Speaking at the Environmental Services IDP launch at the opening of the Clean Environment Leaders Summit on 10 July 2018, Environment and Water Resources Minister Masagos Zulkifli drew on Singapore’s water story in encouraging the industry to overcome its challenges, which include an ageing workforce and low productivity, in order to meet the nation’s zero-waste vision for a clean and liveable Singapore.
“Our water story shows us that vulnerability can be turned into strength and opportunity. We will rise above our constraints, transform and seize opportunities for green growth… We will grow a vibrant environmental services industry with good jobs for Singaporeans,” he said.
Meanwhile, Mrs Josephine Teo, Minister for Manpower and Second Minister for Home Affairs, said at the Security Officers’ Day Awards and Security IDP launch on 18 July 2018, that the industry, which plays a crucial role in keeping Singapore safe and secure, needed to overcome its manpower shortages. Doing so means adopting digital technology to raise productivity and deliver high-quality security solutions.
“Our security officers will deliver better security, but with a leaner team. They will use more sophisticated ‘hardware’, but the key will be the ‘software’ of people and processes, which ensure technology is used in a meaningful way. Our goal must be to integrate technology, manpower and processes – in terms of how security services are provided, how they are procured, and how they are delivered by our security officers,” she said.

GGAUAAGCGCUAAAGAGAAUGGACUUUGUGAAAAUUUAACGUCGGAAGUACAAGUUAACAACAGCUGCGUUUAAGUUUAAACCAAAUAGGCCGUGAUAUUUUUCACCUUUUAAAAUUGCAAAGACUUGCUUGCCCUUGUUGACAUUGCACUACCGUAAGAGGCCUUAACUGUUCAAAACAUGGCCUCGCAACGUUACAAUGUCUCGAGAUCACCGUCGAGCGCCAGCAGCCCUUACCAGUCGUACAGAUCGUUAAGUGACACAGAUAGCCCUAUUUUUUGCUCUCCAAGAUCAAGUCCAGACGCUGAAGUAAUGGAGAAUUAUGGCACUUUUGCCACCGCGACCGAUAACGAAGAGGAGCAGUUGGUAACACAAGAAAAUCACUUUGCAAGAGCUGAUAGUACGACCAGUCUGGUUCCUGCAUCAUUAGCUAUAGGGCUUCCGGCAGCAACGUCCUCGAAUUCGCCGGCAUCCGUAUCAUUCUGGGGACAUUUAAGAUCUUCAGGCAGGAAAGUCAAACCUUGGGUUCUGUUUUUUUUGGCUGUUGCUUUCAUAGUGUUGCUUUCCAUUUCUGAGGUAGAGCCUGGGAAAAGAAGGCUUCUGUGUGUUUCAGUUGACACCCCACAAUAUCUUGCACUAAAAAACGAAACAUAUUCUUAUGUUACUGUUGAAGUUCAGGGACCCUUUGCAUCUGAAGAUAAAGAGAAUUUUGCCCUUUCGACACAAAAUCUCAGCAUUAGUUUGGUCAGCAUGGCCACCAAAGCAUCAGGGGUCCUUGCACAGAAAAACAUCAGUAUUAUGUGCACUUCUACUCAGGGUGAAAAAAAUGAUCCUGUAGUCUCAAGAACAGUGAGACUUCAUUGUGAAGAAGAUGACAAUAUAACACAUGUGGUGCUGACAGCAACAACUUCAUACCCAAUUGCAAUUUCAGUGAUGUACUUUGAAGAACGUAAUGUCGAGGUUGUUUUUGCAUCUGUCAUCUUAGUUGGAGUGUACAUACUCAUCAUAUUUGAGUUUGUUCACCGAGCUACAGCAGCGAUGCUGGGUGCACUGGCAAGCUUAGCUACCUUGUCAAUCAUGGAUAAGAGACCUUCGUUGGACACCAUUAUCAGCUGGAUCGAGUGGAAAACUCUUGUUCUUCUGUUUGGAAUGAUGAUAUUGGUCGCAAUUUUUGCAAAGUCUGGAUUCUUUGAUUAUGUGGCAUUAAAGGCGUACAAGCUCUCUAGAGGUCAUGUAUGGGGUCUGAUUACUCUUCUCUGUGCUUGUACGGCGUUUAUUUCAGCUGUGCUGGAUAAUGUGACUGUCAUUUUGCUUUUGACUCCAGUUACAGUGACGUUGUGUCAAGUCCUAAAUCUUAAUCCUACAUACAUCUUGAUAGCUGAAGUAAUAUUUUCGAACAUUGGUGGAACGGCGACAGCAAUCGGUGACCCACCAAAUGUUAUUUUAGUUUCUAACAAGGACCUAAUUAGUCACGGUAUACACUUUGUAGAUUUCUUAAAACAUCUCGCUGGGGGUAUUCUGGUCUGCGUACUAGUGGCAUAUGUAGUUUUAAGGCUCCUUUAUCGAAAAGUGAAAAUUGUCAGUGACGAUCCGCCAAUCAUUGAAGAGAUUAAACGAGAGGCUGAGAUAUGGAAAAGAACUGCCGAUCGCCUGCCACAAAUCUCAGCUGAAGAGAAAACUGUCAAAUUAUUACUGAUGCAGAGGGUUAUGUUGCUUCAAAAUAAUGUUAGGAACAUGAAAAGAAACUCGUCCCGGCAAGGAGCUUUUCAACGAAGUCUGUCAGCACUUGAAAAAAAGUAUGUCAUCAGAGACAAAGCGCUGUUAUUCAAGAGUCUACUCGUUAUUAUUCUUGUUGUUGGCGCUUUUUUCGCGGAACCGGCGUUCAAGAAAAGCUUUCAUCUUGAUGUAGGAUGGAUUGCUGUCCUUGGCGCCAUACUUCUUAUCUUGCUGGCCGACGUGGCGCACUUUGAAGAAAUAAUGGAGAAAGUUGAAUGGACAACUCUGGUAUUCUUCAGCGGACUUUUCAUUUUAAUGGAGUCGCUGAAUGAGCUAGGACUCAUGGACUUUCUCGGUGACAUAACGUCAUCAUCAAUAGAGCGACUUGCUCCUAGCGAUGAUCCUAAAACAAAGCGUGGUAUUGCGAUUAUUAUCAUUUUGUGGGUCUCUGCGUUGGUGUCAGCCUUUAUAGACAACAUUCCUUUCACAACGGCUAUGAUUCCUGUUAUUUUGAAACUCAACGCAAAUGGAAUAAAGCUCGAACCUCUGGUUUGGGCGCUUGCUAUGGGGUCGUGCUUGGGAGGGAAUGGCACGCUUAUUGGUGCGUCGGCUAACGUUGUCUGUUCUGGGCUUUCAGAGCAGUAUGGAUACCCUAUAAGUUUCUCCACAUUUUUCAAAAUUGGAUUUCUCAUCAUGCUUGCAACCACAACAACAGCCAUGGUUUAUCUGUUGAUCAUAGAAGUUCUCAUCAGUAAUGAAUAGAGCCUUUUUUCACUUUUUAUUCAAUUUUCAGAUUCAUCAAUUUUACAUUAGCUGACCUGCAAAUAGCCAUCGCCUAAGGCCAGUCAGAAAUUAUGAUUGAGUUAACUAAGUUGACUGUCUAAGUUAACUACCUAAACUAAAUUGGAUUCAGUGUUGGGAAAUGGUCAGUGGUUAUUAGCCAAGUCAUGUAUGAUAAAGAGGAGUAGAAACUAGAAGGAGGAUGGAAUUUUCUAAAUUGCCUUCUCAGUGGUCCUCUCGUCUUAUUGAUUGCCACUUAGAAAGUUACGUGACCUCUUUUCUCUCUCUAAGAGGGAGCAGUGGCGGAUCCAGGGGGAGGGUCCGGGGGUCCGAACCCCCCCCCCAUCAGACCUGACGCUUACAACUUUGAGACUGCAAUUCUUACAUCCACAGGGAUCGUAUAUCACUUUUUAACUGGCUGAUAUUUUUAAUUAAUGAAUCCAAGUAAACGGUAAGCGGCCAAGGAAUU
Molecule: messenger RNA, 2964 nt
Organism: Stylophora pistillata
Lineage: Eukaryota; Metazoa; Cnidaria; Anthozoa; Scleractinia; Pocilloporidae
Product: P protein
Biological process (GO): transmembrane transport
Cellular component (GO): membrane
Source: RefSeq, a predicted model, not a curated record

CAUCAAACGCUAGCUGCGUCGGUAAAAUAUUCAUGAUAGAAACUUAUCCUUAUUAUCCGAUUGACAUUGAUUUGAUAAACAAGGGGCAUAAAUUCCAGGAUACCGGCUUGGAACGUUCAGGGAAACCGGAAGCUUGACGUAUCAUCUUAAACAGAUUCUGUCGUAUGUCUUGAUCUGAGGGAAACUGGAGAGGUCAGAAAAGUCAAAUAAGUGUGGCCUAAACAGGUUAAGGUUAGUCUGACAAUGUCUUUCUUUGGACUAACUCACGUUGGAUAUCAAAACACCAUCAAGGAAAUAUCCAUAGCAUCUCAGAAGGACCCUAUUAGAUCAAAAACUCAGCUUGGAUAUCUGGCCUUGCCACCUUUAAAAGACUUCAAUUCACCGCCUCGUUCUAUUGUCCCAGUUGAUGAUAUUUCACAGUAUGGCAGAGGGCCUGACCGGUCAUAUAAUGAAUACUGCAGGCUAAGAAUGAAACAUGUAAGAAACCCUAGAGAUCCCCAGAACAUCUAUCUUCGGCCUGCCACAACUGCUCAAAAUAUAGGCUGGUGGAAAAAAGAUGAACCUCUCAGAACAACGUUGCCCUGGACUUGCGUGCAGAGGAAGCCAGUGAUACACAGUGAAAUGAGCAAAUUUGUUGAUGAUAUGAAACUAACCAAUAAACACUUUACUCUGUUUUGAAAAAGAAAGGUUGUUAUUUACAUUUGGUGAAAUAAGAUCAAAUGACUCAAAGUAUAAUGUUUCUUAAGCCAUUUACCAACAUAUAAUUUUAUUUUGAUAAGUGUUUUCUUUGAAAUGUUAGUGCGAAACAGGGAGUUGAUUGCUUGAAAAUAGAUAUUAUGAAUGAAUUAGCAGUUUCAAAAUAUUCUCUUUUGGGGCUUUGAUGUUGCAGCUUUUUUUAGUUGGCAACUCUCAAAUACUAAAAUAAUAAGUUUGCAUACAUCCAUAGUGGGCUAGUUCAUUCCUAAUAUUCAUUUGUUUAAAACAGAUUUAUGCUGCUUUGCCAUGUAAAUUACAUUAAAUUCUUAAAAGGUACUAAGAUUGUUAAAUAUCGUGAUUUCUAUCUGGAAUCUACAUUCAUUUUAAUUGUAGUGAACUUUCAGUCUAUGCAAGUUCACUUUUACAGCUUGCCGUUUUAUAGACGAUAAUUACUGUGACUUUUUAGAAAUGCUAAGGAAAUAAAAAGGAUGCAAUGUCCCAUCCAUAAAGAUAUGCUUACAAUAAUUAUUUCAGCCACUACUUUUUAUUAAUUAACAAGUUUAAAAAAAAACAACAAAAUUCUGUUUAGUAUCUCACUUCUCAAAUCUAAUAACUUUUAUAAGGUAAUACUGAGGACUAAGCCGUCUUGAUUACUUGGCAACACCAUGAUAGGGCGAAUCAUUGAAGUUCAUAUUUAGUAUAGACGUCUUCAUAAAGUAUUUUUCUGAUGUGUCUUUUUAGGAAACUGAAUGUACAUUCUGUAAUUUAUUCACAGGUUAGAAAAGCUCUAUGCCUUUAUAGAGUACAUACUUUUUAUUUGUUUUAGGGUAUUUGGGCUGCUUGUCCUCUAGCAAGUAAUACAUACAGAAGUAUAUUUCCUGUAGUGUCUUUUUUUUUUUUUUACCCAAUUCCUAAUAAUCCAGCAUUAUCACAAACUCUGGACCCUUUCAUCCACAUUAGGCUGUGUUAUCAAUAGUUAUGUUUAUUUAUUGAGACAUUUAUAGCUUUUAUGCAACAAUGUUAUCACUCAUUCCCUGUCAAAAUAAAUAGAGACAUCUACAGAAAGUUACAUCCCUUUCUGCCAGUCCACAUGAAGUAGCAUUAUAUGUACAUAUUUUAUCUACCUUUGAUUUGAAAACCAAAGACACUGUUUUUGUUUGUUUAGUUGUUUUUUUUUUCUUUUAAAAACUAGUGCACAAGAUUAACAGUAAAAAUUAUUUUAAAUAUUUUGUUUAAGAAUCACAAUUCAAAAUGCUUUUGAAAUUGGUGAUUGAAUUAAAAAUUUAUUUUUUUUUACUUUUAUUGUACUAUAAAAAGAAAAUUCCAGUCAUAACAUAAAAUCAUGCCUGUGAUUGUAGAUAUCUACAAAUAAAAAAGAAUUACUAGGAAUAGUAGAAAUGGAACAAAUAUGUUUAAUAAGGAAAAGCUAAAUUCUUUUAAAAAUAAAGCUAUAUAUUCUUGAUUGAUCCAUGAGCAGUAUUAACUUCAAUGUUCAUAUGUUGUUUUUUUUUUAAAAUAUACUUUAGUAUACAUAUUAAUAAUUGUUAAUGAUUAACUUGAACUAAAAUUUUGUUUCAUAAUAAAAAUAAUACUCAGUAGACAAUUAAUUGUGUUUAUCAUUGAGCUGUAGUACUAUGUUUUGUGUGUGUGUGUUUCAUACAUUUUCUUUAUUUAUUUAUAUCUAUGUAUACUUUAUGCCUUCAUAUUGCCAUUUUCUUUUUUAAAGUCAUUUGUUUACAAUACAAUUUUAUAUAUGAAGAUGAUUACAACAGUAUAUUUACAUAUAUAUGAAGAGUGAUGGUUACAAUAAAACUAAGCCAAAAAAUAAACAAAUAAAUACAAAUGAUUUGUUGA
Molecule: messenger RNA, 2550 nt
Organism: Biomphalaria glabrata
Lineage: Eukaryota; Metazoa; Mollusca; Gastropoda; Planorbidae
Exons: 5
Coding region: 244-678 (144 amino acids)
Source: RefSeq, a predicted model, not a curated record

Video analytics guidelines
Besides the IDP, two new initiatives were also unveiled as part of the Security ITM, which will help buyers make better decisions when it comes to making purchases of video analytics systems.
One initiative is the setting up of two industry-led working groups to develop a set of guidelines on the requirements for the selection, installation, operation, maintenance and data interoperability of video analytics systems. Set to be ready by fourth quarter of 2019, the Technical Reference for Video Analytics Systems will enable buyers to make the most of their technology investments, by referring to these guidelines as “a benchmark of quality and reliability” when making their purchases, said Mrs Teo.
The working groups will be led by the Security Association of Singapore (SAS) and the Security Systems Association of Singapore (SSAS), with support from IMDA and Enterprise Singapore, and will involve various industry partners including the public sector and institutes of higher learning.
Citing the myriad applications of video analytics, which range from facial recognition to access control, SAS president Mr Raj Joshua Thomas said having guidelines for the technology would have “the greatest impact” to the Security industry.